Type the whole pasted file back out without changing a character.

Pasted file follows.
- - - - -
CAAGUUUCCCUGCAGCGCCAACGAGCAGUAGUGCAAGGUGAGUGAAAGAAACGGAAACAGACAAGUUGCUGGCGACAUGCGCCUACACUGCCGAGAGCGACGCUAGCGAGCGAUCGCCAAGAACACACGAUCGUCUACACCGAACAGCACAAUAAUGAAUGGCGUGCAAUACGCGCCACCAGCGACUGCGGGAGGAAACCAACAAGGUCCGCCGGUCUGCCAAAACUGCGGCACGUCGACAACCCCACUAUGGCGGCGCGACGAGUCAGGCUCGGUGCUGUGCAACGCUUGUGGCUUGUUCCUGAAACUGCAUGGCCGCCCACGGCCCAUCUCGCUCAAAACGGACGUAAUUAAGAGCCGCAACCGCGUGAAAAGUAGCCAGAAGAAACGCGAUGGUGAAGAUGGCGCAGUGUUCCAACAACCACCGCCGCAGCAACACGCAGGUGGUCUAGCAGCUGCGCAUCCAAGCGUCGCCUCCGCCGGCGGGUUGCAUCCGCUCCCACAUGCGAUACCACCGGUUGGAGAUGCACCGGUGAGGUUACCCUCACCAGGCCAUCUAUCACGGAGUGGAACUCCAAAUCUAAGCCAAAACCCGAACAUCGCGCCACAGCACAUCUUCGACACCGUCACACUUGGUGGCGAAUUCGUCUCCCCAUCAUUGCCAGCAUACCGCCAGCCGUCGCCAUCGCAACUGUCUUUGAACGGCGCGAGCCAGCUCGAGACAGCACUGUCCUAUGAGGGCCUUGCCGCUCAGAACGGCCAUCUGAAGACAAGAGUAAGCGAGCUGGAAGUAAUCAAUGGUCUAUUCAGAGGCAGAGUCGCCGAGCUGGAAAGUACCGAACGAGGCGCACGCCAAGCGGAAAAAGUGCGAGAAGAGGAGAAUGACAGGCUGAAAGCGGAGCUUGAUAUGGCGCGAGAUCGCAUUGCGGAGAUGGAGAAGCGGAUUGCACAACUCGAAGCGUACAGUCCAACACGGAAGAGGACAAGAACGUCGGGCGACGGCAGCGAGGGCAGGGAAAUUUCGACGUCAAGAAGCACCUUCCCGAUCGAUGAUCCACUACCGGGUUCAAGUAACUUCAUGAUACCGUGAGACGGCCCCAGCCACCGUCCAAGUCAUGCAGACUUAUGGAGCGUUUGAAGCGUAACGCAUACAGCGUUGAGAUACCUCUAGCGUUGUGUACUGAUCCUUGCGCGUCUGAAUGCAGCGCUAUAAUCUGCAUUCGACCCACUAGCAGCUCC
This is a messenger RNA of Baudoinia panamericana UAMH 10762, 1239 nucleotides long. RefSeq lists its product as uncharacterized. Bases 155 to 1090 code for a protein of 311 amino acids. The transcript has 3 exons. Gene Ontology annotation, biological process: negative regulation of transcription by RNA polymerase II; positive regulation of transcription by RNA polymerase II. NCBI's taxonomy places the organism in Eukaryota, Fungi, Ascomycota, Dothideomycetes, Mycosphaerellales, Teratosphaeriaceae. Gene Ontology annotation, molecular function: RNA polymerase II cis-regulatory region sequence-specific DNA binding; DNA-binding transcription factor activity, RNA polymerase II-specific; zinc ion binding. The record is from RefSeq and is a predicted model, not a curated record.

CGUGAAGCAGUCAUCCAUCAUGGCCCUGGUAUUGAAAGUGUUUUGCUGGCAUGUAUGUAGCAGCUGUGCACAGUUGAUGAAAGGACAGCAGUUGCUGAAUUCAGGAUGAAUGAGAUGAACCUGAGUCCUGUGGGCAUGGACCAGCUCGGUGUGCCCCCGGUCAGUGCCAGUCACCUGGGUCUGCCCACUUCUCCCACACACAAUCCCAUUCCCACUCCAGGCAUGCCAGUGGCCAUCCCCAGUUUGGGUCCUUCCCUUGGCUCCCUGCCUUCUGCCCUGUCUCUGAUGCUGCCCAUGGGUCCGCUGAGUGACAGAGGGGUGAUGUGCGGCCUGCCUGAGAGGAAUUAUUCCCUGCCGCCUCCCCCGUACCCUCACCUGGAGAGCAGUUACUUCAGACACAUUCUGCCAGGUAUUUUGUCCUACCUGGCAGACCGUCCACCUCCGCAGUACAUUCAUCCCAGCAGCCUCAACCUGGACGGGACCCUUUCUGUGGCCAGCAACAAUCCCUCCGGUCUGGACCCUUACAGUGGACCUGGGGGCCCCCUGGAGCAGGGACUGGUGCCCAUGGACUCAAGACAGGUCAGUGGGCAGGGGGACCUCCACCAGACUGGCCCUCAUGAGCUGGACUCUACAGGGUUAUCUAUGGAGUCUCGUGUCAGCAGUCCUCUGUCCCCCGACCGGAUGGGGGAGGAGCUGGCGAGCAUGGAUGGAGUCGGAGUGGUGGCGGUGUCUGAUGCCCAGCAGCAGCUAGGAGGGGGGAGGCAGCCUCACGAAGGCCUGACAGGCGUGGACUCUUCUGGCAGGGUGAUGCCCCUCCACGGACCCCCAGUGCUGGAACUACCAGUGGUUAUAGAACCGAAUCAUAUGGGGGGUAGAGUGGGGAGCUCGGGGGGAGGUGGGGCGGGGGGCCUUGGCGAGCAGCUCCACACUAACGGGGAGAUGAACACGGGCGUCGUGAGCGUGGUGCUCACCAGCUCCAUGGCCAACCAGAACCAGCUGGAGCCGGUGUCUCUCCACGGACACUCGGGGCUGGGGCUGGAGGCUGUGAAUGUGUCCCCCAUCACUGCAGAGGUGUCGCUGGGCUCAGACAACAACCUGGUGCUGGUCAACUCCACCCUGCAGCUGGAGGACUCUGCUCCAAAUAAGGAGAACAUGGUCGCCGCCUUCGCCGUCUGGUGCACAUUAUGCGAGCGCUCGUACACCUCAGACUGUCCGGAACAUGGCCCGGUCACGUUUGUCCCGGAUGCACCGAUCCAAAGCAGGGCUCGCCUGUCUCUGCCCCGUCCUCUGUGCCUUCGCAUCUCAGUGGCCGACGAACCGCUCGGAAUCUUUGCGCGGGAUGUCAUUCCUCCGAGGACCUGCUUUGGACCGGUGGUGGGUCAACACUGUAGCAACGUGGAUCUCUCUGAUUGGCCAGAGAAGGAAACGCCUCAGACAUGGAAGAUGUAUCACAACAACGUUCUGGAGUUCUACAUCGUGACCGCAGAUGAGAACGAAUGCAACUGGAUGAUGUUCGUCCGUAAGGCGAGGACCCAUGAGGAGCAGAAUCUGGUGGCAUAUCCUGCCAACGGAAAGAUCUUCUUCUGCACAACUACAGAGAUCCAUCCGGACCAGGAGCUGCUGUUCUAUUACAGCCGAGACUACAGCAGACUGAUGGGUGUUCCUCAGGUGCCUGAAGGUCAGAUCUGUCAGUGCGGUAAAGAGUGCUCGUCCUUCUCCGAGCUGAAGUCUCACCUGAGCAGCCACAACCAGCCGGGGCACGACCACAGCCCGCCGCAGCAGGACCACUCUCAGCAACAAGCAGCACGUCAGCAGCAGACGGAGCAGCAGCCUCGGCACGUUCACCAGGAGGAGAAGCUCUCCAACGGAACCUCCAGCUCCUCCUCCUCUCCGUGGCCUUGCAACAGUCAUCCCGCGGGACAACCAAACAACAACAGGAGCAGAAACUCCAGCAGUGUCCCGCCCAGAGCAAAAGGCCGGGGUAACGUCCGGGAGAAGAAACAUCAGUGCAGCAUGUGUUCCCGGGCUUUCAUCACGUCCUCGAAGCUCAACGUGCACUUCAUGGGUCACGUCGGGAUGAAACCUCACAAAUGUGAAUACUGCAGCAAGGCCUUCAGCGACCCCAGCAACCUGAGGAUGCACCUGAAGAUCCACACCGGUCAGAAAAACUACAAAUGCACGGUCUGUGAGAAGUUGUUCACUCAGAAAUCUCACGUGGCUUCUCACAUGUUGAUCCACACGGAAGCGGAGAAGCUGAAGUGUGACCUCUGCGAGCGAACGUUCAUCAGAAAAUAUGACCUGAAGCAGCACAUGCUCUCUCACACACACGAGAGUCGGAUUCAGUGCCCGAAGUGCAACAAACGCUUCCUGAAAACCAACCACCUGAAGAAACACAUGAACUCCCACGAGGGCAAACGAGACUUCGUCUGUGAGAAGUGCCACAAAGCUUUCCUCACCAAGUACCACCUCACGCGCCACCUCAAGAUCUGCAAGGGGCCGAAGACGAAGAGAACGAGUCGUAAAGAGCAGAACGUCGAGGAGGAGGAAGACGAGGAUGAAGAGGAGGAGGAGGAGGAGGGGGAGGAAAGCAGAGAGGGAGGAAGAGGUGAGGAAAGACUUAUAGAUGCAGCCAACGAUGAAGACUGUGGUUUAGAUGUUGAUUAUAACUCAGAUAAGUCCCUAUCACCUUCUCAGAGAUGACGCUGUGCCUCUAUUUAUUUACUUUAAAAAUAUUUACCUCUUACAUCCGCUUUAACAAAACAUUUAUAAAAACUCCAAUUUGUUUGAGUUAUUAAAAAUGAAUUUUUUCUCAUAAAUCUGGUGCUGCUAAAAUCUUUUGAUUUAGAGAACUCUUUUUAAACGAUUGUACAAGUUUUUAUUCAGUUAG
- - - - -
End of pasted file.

CAAGUUUCCCUGCAGCGCCAACGAGCAGUAGUGCAAGGUGAGUGAAAGAAACGGAAACAGACAAGUUGCUGGCGACAUGCGCCUACACUGCCGAGAGCGACGCUAGCGAGCGAUCGCCAAGAACACACGAUCGUCUACACCGAACAGCACAAUAAUGAAUGGCGUGCAAUACGCGCCACCAGCGACUGCGGGAGGAAACCAACAAGGUCCGCCGGUCUGCCAAAACUGCGGCACGUCGACAACCCCACUAUGGCGGCGCGACGAGUCAGGCUCGGUGCUGUGCAACGCUUGUGGCUUGUUCCUGAAACUGCAUGGCCGCCCACGGCCCAUCUCGCUCAAAACGGACGUAAUUAAGAGCCGCAACCGCGUGAAAAGUAGCCAGAAGAAACGCGAUGGUGAAGAUGGCGCAGUGUUCCAACAACCACCGCCGCAGCAACACGCAGGUGGUCUAGCAGCUGCGCAUCCAAGCGUCGCCUCCGCCGGCGGGUUGCAUCCGCUCCCACAUGCGAUACCACCGGUUGGAGAUGCACCGGUGAGGUUACCCUCACCAGGCCAUCUAUCACGGAGUGGAACUCCAAAUCUAAGCCAAAACCCGAACAUCGCGCCACAGCACAUCUUCGACACCGUCACACUUGGUGGCGAAUUCGUCUCCCCAUCAUUGCCAGCAUACCGCCAGCCGUCGCCAUCGCAACUGUCUUUGAACGGCGCGAGCCAGCUCGAGACAGCACUGUCCUAUGAGGGCCUUGCCGCUCAGAACGGCCAUCUGAAGACAAGAGUAAGCGAGCUGGAAGUAAUCAAUGGUCUAUUCAGAGGCAGAGUCGCCGAGCUGGAAAGUACCGAACGAGGCGCACGCCAAGCGGAAAAAGUGCGAGAAGAGGAGAAUGACAGGCUGAAAGCGGAGCUUGAUAUGGCGCGAGAUCGCAUUGCGGAGAUGGAGAAGCGGAUUGCACAACUCGAAGCGUACAGUCCAACACGGAAGAGGACAAGAACGUCGGGCGACGGCAGCGAGGGCAGGGAAAUUUCGACGUCAAGAAGCACCUUCCCGAUCGAUGAUCCACUACCGGGUUCAAGUAACUUCAUGAUACCGUGAGACGGCCCCAGCCACCGUCCAAGUCAUGCAGACUUAUGGAGCGUUUGAAGCGUAACGCAUACAGCGUUGAGAUACCUCUAGCGUUGUGUACUGAUCCUUGCGCGUCUGAAUGCAGCGCUAUAAUCUGCAUUCGACCCACUAGCAGCUCC
This is a messenger RNA of Baudoinia panamericana UAMH 10762, 1239 nucleotides long. RefSeq lists its product as uncharacterized. Bases 155 to 1090 code for a protein of 311 amino acids. The transcript has 3 exons. Gene Ontology annotation, biological process: negative regulation of transcription by RNA polymerase II; positive regulation of transcription by RNA polymerase II. NCBI's taxonomy places the organism in Eukaryota, Fungi, Ascomycota, Dothideomycetes, Mycosphaerellales, Teratosphaeriaceae. Gene Ontology annotation, molecular function: RNA polymerase II cis-regulatory region sequence-specific DNA binding; DNA-binding transcription factor activity, RNA polymerase II-specific; zinc ion binding. The record is from RefSeq and is a predicted model, not a curated record.

CGUGAAGCAGUCAUCCAUCAUGGCCCUGGUAUUGAAAGUGUUUUGCUGGCAUGUAUGUAGCAGCUGUGCACAGUUGAUGAAAGGACAGCAGUUGCUGAAUUCAGGAUGAAUGAGAUGAACCUGAGUCCUGUGGGCAUGGACCAGCUCGGUGUGCCCCCGGUCAGUGCCAGUCACCUGGGUCUGCCCACUUCUCCCACACACAAUCCCAUUCCCACUCCAGGCAUGCCAGUGGCCAUCCCCAGUUUGGGUCCUUCCCUUGGCUCCCUGCCUUCUGCCCUGUCUCUGAUGCUGCCCAUGGGUCCGCUGAGUGACAGAGGGGUGAUGUGCGGCCUGCCUGAGAGGAAUUAUUCCCUGCCGCCUCCCCCGUACCCUCACCUGGAGAGCAGUUACUUCAGACACAUUCUGCCAGGUAUUUUGUCCUACCUGGCAGACCGUCCACCUCCGCAGUACAUUCAUCCCAGCAGCCUCAACCUGGACGGGACCCUUUCUGUGGCCAGCAACAAUCCCUCCGGUCUGGACCCUUACAGUGGACCUGGGGGCCCCCUGGAGCAGGGACUGGUGCCCAUGGACUCAAGACAGGUCAGUGGGCAGGGGGACCUCCACCAGACUGGCCCUCAUGAGCUGGACUCUACAGGGUUAUCUAUGGAGUCUCGUGUCAGCAGUCCUCUGUCCCCCGACCGGAUGGGGGAGGAGCUGGCGAGCAUGGAUGGAGUCGGAGUGGUGGCGGUGUCUGAUGCCCAGCAGCAGCUAGGAGGGGGGAGGCAGCCUCACGAAGGCCUGACAGGCGUGGACUCUUCUGGCAGGGUGAUGCCCCUCCACGGACCCCCAGUGCUGGAACUACCAGUGGUUAUAGAACCGAAUCAUAUGGGGGGUAGAGUGGGGAGCUCGGGGGGAGGUGGGGCGGGGGGCCUUGGCGAGCAGCUCCACACUAACGGGGAGAUGAACACGGGCGUCGUGAGCGUGGUGCUCACCAGCUCCAUGGCCAACCAGAACCAGCUGGAGCCGGUGUCUCUCCACGGACACUCGGGGCUGGGGCUGGAGGCUGUGAAUGUGUCCCCCAUCACUGCAGAGGUGUCGCUGGGCUCAGACAACAACCUGGUGCUGGUCAACUCCACCCUGCAGCUGGAGGACUCUGCUCCAAAUAAGGAGAACAUGGUCGCCGCCUUCGCCGUCUGGUGCACAUUAUGCGAGCGCUCGUACACCUCAGACUGUCCGGAACAUGGCCCGGUCACGUUUGUCCCGGAUGCACCGAUCCAAAGCAGGGCUCGCCUGUCUCUGCCCCGUCCUCUGUGCCUUCGCAUCUCAGUGGCCGACGAACCGCUCGGAAUCUUUGCGCGGGAUGUCAUUCCUCCGAGGACCUGCUUUGGACCGGUGGUGGGUCAACACUGUAGCAACGUGGAUCUCUCUGAUUGGCCAGAGAAGGAAACGCCUCAGACAUGGAAGAUGUAUCACAACAACGUUCUGGAGUUCUACAUCGUGACCGCAGAUGAGAACGAAUGCAACUGGAUGAUGUUCGUCCGUAAGGCGAGGACCCAUGAGGAGCAGAAUCUGGUGGCAUAUCCUGCCAACGGAAAGAUCUUCUUCUGCACAACUACAGAGAUCCAUCCGGACCAGGAGCUGCUGUUCUAUUACAGCCGAGACUACAGCAGACUGAUGGGUGUUCCUCAGGUGCCUGAAGGUCAGAUCUGUCAGUGCGGUAAAGAGUGCUCGUCCUUCUCCGAGCUGAAGUCUCACCUGAGCAGCCACAACCAGCCGGGGCACGACCACAGCCCGCCGCAGCAGGACCACUCUCAGCAACAAGCAGCACGUCAGCAGCAGACGGAGCAGCAGCCUCGGCACGUUCACCAGGAGGAGAAGCUCUCCAACGGAACCUCCAGCUCCUCCUCCUCUCCGUGGCCUUGCAACAGUCAUCCCGCGGGACAACCAAACAACAACAGGAGCAGAAACUCCAGCAGUGUCCCGCCCAGAGCAAAAGGCCGGGGUAACGUCCGGGAGAAGAAACAUCAGUGCAGCAUGUGUUCCCGGGCUUUCAUCACGUCCUCGAAGCUCAACGUGCACUUCAUGGGUCACGUCGGGAUGAAACCUCACAAAUGUGAAUACUGCAGCAAGGCCUUCAGCGACCCCAGCAACCUGAGGAUGCACCUGAAGAUCCACACCGGUCAGAAAAACUACAAAUGCACGGUCUGUGAGAAGUUGUUCACUCAGAAAUCUCACGUGGCUUCUCACAUGUUGAUCCACACGGAAGCGGAGAAGCUGAAGUGUGACCUCUGCGAGCGAACGUUCAUCAGAAAAUAUGACCUGAAGCAGCACAUGCUCUCUCACACACACGAGAGUCGGAUUCAGUGCCCGAAGUGCAACAAACGCUUCCUGAAAACCAACCACCUGAAGAAACACAUGAACUCCCACGAGGGCAAACGAGACUUCGUCUGUGAGAAGUGCCACAAAGCUUUCCUCACCAAGUACCACCUCACGCGCCACCUCAAGAUCUGCAAGGGGCCGAAGACGAAGAGAACGAGUCGUAAAGAGCAGAACGUCGAGGAGGAGGAAGACGAGGAUGAAGAGGAGGAGGAGGAGGAGGGGGAGGAAAGCAGAGAGGGAGGAAGAGGUGAGGAAAGACUUAUAGAUGCAGCCAACGAUGAAGACUGUGGUUUAGAUGUUGAUUAUAACUCAGAUAAGUCCCUAUCACCUUCUCAGAGAUGACGCUGUGCCUCUAUUUAUUUACUUUAAAAAUAUUUACCUCUUACAUCCGCUUUAACAAAACAUUUAUAAAAACUCCAAUUUGUUUGAGUUAUUAAAAAUGAAUUUUUUCUCAUAAAUCUGGUGCUGCUAAAAUCUUUUGAUUUAGAGAACUCUUUUUAAACGAUUGUACAAGUUUUUAUUCAGUUAG